So here I sit, Company, on New Year's Day 2015, and last night I got to thinking about New Year's Day.  Over the years, this day has taken on a social and cultural meaning far beyond simply marking the start of one more revolution of the Earth around the Sun.  In some places, where they do not use the Gregorian calendar, the New Year begins at some sort of sensical time.  Like say the end of the harvest or the end of the fall monsoon, or it is tied to a lunar calendar in some way.  But that makes too much sense.  Here is the West, we chose to just go ahead and set an arbitrary date and let her fly.  Great.  And then we invented time and the International Date Line, so that in New Zealand and Australia they are celebrating the New Year just about the same time all of the Unpaid Interns are arriving here for work on New Year's Eve.  And if you live on an island in the middle of the Pacific or one of its connected waterways, it could get really strange.  If you live on a tropical Pacific island then maybe you don't care a whole lot because, let's be honest, you live on a tropical Pacific island. But if you live on, say, Little Diomede in the Bering Strait up in Alaska, well then you could watch the fireworks from Big Diomede in Russia - only 6 miles away - 23 hours before you get to kick in your resolutions.  That's messed up.
     But then again, we as Western humans have that knack for arbitrariness, don't we?  We draw lines on the ground that don't follow the terrain, and expect that one one side of the line one sheriff will respond, and on the other a different one.  And they are in different Federal Reserve Districts, or sales territories, or nations, or whatever.  And for some reason it makes sense to us.  It is the same with New Year's Day.  We have set an arbitrary date on the calendar on which we are all going to make dedications to ourselves, our dieties, our friends, etc. that we are going to be different. Better.  Improved.  We all go out and join the gym and vacuum the house every time that we come home, be nicer to people, etc, etc.  The, by the time I trundle in with a cake and some gift cards to celebrate my dad's birthday, the bulk of us are back to lying around on the couch after work and sweeping the crumbs on the floor under the edge of the counters with our stocking feet.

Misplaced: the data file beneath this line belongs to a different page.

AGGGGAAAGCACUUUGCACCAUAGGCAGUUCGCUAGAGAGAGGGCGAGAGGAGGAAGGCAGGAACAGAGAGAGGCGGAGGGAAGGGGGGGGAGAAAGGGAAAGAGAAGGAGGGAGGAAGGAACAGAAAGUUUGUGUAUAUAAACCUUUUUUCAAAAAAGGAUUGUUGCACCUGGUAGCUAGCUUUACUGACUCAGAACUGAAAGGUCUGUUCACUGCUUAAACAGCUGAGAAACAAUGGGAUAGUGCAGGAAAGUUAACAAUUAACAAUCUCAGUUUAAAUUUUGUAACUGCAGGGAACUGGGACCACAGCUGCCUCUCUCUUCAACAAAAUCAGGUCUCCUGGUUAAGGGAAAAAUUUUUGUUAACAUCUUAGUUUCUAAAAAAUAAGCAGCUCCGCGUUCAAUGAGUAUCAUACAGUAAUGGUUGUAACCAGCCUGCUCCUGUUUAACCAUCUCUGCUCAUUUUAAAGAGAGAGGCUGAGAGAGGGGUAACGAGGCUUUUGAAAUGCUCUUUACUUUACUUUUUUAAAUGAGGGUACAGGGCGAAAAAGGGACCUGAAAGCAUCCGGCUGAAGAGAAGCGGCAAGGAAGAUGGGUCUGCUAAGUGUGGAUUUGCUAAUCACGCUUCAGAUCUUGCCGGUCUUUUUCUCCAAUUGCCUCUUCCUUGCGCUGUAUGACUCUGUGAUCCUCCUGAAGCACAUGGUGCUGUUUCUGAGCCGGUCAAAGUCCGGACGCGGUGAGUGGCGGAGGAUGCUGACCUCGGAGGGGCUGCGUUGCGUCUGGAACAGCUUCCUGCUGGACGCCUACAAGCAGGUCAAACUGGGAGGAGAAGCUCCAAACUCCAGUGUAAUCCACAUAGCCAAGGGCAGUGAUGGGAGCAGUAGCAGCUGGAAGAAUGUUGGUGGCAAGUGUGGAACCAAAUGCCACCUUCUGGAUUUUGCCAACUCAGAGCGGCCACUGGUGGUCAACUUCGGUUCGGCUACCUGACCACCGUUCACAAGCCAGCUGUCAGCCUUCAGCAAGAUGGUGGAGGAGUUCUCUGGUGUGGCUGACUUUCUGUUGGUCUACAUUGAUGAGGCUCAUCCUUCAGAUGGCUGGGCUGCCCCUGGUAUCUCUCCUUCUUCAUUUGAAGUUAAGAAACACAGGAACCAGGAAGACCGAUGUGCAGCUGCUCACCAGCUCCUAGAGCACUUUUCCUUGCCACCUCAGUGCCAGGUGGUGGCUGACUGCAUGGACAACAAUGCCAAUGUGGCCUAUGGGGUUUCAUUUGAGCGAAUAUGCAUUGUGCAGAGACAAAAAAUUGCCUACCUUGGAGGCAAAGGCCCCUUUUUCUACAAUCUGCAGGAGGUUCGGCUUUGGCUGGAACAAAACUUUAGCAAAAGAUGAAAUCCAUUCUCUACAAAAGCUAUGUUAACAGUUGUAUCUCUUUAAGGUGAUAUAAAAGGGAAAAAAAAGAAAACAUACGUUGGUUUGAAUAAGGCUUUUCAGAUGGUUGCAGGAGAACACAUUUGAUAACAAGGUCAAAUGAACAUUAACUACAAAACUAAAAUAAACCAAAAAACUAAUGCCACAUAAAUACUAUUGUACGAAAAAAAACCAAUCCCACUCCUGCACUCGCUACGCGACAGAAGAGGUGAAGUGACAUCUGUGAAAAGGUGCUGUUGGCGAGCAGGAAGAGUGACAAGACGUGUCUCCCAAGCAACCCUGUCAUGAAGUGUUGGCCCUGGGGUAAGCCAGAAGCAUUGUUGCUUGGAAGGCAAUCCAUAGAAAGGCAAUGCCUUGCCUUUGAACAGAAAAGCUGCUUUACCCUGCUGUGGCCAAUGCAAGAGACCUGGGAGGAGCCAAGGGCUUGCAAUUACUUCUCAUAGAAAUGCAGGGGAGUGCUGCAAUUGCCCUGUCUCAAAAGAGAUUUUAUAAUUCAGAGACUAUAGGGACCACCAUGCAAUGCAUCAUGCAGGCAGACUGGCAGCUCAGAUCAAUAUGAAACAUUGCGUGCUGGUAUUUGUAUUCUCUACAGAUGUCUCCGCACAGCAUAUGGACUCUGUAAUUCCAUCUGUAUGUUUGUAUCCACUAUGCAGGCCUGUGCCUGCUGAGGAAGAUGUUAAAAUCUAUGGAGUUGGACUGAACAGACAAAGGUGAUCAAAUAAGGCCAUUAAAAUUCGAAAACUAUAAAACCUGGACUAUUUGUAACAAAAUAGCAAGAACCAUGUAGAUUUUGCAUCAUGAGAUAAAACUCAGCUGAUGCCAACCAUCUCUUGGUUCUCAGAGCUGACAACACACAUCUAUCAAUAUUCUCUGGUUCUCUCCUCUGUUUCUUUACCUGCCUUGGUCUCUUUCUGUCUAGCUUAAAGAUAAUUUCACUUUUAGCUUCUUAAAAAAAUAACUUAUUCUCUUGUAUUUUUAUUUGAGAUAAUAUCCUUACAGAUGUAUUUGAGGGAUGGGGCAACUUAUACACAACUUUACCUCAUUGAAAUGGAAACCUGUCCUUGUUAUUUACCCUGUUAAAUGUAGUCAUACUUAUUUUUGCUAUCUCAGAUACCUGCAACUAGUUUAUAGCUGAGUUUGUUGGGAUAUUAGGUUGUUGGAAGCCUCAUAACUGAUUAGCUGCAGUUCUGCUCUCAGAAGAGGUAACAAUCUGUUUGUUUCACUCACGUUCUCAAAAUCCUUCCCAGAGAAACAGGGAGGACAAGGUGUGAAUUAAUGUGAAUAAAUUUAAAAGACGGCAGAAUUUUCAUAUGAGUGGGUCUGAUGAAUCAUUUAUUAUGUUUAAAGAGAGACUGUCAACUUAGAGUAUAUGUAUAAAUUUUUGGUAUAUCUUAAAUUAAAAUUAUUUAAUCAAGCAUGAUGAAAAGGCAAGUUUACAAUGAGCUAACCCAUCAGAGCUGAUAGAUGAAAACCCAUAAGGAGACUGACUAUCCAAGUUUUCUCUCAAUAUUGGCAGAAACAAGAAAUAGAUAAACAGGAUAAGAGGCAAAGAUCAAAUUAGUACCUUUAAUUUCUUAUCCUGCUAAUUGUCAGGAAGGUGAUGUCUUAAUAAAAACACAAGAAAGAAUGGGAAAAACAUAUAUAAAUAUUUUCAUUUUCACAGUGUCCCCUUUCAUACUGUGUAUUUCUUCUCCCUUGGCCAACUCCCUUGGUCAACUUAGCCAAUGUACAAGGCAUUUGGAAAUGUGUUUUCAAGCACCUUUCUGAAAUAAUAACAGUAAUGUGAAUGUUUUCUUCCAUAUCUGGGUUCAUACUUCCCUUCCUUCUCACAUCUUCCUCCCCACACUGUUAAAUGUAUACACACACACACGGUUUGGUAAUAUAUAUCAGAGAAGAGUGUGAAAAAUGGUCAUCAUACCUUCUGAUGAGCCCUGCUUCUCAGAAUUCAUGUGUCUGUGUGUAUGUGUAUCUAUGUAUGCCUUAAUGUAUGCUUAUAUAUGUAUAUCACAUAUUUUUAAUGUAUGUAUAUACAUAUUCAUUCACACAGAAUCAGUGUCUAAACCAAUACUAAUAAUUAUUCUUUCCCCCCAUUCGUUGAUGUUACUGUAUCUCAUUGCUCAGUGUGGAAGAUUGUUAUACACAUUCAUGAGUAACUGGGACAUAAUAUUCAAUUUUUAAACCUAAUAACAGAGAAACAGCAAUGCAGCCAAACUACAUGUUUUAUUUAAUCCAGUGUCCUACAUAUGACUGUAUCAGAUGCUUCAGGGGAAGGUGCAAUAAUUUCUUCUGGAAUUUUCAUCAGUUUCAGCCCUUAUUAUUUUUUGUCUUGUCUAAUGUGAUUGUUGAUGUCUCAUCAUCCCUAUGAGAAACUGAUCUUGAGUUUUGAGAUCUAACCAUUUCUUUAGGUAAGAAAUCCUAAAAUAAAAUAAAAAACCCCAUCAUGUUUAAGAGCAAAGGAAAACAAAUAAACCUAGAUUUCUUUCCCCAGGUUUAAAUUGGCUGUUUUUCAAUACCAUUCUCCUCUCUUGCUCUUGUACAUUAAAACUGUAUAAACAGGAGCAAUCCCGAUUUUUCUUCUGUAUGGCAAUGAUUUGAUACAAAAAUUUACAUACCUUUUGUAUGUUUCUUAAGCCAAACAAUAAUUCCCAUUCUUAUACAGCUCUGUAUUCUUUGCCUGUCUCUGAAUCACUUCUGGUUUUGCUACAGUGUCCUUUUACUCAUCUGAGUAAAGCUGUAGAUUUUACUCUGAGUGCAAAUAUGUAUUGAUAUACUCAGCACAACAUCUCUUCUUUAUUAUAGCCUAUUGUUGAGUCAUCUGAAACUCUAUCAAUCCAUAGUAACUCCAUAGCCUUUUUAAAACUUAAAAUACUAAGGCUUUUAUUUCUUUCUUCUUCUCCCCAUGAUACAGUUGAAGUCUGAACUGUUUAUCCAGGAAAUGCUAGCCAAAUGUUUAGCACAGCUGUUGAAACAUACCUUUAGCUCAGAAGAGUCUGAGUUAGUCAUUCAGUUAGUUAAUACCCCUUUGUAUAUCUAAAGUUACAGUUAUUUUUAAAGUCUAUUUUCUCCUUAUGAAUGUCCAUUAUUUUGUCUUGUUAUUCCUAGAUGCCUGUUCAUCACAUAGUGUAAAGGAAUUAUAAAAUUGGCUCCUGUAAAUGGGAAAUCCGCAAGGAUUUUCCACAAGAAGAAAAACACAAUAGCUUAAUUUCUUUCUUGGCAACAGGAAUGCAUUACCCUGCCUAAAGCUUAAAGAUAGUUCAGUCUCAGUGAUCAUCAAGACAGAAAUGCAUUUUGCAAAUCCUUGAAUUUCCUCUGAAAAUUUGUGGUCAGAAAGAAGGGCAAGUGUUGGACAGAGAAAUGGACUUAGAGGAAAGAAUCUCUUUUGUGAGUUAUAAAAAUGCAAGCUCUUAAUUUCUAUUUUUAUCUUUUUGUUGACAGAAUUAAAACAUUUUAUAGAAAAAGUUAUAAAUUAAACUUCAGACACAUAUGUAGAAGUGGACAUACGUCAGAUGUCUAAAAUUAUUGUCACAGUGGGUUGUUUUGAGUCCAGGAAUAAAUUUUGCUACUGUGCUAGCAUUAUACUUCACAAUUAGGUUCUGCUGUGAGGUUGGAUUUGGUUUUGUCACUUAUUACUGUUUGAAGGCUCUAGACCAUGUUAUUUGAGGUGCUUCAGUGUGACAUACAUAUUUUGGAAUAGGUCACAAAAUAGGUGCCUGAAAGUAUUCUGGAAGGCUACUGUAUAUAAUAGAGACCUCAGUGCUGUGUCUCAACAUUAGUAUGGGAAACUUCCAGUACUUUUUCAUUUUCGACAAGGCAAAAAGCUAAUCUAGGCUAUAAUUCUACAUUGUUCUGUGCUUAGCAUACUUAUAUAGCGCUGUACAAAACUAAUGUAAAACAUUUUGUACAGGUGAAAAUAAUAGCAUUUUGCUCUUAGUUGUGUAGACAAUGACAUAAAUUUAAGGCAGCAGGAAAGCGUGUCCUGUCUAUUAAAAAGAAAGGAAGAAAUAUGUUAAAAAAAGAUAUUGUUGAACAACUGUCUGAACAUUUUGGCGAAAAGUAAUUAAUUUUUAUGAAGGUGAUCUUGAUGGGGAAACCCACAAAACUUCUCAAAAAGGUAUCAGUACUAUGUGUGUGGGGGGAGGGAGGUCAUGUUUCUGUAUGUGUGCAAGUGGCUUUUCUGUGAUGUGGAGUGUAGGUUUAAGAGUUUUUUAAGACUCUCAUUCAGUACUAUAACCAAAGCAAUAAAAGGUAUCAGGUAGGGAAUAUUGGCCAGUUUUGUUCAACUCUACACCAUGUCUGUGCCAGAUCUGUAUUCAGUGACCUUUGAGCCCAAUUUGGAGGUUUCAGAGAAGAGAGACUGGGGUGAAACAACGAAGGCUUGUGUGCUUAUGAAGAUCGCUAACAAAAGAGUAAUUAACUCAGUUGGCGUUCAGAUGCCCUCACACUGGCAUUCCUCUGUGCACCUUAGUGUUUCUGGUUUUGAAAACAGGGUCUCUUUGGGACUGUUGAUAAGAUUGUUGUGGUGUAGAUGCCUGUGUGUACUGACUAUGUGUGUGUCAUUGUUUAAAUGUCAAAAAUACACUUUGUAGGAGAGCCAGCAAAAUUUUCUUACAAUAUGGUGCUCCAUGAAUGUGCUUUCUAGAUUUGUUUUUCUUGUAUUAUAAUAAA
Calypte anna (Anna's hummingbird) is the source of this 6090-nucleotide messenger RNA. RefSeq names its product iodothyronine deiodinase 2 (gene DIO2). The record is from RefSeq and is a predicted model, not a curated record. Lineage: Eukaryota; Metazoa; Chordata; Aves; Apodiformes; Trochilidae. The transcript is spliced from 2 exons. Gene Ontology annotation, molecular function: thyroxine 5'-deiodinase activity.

But maybe that is okay.  Maybe, just maybe, we need to flip the script and sort of redefine the way that we look at New Year's Day.  That is, once the hangover has worn off and we can handle natural light again.  For some of us, the whole resolution and change thing works great, and if setting that arbitrary day of the year to stop smoking, start running, stop killing hookers, whatever allows you to be successful at changing yourself, then more power to you.  But considering how many resolutions just sort of fade away over time and never come to complete fruition, maybe we should just focus our energy on being more accepting of who we are.  In lieu of changing ourselves into who we want to be, or who we think we should be, maybe we should just accept the fact that the kitchen floor is always dirty, that there will always be a dead Baltic hooker bleeding through a tarp in our trunk, that those love handles are with us to stay, that the Unpaid Interns will always get in trouble for bringing us the wrong coffee even if they bring us the right coffee.  Some times the act of simply accepting who we are can be as effective and beneficial as changing our ways to suit what others think we should be doing.
     Now please do not think that I am attempting to say that one path is better than the other when it comes to New Year's and your resolutions, because I am not, Company.  You do ahead and do what you want.  This has just been a little bit of food for thought for all of you as we start the New Year.  But I resolved to change myself into a media mogul who makes people think.  And I am golden on Day One.
      Here is wishing all of you and yours a happy, healthy, and successful New Year from all of us here at Big Dave and Company.